Five years after the production, an earthquake hit the area, leaving 50,000 dead. Kiarostami took his crew in search of the boy from the first film, but at a certain point decided to take one of his famous detours to search for signs of life in the devastated area. For the first time, the theme of mortality subtly and maturely crept into his cinema, even where the focus was purportedly on life. In the second part of the trilogy, the majestic And Life Goes On… (1992), he encounters a man about to marry a girl despite the human disaster around them. Attracted by the idea of focusing on love in the face of loss, he paid a third visit to Koker for Through the Olive Trees (1994).
In the mid-1990s, from the Palm d’or winner The Taste of Cherry (1997) to the U.N. commissioned documentary ABC Africa (2001), Kiarostami’s films became more sombre, their trips bumpier, and the point of focus shifted to death. Throughout this part of his career he revealed his deep connection with Persian art and poetry, the title of some of his films being taken from poems. The use of these conceits was not artificial as in some Iranian films with their pretty framing, romantic metaphors and glamorised modesty.
In the poems of Attar he found his ‘quest form’, the search by one person or a group for the ideal. In Attar’s story The Conference of the Birds, the birds of the world go in search of the mythical bird Simurgh, hoping to overcome their fears or fulfil what they lack in life, only to discover that they are 30 [si] birds [murgh], therefore they are Simurgh. For Kiarostami, this was the medieval origin of The Wizard of Oz, and in his films the yellow brick road is replaced with a muddy, zigzag path.
Omar Khayyam’s poetry, too, was a keystone of Kiarostami’s thought, in its focus on the fickleness of life; we, the phantom figures in a shadow play, are dissolving into soil (to which Kiarostami pays particular attention in Taste of Cherry and The Wind Will Carry Us). Following Khayyam in his poetry, Kiarostami is probably the only filmmaker whose essential, signature shot is that of Nothing: a black screen, adding to the darkness of movie theatre.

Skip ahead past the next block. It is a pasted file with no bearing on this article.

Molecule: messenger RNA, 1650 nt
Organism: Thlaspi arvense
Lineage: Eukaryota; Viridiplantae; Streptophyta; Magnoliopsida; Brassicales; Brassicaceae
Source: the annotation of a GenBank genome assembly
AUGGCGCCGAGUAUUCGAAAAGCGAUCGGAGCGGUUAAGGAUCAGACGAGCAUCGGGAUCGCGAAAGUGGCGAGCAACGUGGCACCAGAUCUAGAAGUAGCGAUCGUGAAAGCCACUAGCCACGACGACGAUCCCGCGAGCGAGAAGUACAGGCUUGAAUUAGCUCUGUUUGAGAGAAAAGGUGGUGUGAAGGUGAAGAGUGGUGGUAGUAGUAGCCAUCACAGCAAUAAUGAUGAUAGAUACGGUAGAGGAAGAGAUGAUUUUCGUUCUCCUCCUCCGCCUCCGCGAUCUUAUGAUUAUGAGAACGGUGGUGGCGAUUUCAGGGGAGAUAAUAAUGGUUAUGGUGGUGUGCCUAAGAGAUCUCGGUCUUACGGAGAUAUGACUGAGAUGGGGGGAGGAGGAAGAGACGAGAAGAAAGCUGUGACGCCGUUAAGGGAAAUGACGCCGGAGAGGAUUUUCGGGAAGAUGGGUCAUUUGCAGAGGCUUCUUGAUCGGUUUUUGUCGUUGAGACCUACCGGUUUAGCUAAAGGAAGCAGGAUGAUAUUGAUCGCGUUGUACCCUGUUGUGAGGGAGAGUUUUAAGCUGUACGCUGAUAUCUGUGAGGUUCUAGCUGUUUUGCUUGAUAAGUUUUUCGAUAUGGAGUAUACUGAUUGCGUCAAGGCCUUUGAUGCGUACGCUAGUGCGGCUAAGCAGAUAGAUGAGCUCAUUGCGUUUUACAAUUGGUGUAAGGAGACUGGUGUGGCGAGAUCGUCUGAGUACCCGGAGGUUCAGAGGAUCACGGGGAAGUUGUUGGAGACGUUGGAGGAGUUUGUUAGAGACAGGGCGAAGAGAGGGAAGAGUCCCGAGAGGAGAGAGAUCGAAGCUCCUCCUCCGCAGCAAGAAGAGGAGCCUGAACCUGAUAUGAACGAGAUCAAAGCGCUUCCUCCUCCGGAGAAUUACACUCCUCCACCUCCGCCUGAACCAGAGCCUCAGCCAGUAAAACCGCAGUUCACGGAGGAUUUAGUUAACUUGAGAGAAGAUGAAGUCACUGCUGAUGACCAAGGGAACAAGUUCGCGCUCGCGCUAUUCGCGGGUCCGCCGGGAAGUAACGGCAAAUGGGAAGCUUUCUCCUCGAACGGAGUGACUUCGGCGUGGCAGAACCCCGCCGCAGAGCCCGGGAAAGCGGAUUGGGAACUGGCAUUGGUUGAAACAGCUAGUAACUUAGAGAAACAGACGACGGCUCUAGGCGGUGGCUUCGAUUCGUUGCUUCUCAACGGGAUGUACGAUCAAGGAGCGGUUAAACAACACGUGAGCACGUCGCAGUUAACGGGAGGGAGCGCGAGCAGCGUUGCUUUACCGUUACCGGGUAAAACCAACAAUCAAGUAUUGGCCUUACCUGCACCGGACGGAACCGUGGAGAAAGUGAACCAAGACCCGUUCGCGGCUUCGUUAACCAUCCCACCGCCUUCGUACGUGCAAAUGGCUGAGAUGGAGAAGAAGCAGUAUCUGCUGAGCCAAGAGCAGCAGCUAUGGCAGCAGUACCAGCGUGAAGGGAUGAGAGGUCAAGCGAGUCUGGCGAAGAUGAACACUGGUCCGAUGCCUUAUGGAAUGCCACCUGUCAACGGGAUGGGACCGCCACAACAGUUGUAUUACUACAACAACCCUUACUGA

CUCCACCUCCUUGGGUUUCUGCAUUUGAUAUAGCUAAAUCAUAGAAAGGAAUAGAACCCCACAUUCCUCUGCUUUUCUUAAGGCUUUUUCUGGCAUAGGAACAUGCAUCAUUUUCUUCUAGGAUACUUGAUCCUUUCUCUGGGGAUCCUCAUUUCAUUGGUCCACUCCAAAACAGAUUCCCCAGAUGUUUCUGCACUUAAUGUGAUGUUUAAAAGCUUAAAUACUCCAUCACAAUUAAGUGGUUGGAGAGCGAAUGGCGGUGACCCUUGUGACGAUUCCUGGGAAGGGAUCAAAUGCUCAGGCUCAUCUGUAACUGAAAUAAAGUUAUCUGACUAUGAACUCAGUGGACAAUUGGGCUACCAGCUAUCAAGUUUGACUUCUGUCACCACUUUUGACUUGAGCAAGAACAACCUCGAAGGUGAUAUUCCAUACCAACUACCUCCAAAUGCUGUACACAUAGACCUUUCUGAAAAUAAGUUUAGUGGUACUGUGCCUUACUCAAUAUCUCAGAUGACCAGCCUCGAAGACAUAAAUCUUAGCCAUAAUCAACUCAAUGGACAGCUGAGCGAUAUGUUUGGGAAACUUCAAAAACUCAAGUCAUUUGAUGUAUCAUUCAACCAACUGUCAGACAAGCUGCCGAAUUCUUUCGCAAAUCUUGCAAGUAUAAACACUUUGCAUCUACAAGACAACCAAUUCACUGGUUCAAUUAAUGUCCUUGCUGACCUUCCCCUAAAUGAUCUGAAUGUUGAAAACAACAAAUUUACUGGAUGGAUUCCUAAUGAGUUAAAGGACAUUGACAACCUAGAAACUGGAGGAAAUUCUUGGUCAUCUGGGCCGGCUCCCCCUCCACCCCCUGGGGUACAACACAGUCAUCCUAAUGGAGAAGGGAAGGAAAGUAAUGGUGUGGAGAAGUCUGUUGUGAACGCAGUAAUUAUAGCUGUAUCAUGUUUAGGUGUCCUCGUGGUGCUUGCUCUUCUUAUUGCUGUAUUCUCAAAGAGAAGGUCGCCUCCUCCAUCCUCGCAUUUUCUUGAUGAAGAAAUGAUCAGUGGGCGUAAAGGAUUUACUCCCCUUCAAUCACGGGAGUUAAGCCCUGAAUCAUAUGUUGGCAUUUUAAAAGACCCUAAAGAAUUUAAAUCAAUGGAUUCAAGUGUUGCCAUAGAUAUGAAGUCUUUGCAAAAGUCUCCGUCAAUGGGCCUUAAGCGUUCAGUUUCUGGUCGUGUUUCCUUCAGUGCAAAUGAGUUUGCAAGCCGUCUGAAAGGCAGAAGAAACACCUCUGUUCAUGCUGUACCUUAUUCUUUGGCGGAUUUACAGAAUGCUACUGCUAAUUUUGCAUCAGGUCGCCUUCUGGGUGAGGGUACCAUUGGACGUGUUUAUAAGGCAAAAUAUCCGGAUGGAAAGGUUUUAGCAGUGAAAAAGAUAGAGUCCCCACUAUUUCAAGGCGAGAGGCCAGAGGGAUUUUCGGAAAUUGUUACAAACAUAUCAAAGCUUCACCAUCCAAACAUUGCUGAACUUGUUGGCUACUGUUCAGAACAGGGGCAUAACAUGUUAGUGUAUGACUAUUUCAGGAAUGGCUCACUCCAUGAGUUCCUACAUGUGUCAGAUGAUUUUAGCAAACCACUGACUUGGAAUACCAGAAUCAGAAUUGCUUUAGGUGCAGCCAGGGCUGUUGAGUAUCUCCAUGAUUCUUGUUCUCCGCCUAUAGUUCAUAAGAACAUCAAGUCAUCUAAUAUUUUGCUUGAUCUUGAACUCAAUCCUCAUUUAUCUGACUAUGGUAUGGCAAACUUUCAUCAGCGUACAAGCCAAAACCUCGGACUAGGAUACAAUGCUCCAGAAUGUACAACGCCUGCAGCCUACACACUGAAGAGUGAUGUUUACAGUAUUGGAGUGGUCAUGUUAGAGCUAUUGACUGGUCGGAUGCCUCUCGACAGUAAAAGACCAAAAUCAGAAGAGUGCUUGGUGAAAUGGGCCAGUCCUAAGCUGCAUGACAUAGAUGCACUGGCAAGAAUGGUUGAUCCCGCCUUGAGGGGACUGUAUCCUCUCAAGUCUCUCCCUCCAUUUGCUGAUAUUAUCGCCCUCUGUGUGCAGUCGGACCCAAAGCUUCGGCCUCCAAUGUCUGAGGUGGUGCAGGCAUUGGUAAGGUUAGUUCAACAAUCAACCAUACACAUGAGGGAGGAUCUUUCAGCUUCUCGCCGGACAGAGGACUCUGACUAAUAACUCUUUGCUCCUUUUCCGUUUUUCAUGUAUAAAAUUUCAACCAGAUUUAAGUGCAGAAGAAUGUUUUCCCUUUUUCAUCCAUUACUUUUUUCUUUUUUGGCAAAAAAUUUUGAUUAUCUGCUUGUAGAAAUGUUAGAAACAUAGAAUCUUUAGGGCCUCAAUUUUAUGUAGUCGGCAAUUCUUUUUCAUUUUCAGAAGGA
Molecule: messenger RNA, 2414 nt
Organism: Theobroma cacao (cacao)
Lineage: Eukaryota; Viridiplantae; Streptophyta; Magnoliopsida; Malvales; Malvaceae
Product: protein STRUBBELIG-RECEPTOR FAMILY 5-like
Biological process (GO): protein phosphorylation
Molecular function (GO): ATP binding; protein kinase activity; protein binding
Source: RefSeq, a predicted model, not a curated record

at the newcomer.
— Walking with the Wind, Abbas Kiarostami
At the end of Taste of Cherry, the central character Mr Badii, who throughout the film has given lifts to several people in the hope of finding someone who will bury him after he commits suicide, is lying in an open grave, gazing up at the moon which is hiding behind menacing clouds. Then comes the harrowing darkness, lasting for minutes of screen time. Dogs barking in the distance. The wind howls. The screening space becomes the grave itself.
Up to this point, the world Kiarostami had depicted was that of boys and men, partly owing to the films’ autobiographical touches, and partly to the fact that he raised two sons (Bahman and Ahmad are both filmmakers). His “girl script”, The White Balloon (1995), would go on to be a breakthrough for his protégé, Jafar Panahi. Yet, a shift was on the way. Women, long absent in Kiarostami’s cinema, were eventually given an unprecedented freedom that their male counterparts lacked.
For 10 (2002), Kiarostami entrusted then artist, now filmmaker Mania Akbari with driving the car and filming conversations without his presence. (In his earlier car movies, the individuals onscreen talk to the director directly and not to the actor who plays the driver in the reverse shot.)He also, maybe unwittingly, found an innovative way of bypassing censorship in Iran, which requires of any representation of women that they be veiled at all times – even in the privacy of their own bed. When the hijab became mandatory in Iran, films would frequently show women covered even in the home, something essentially unrealistic, if not silly. Kiarostami sought refuge in his car and in so doing turned public space into private space, while justifying the use of veil.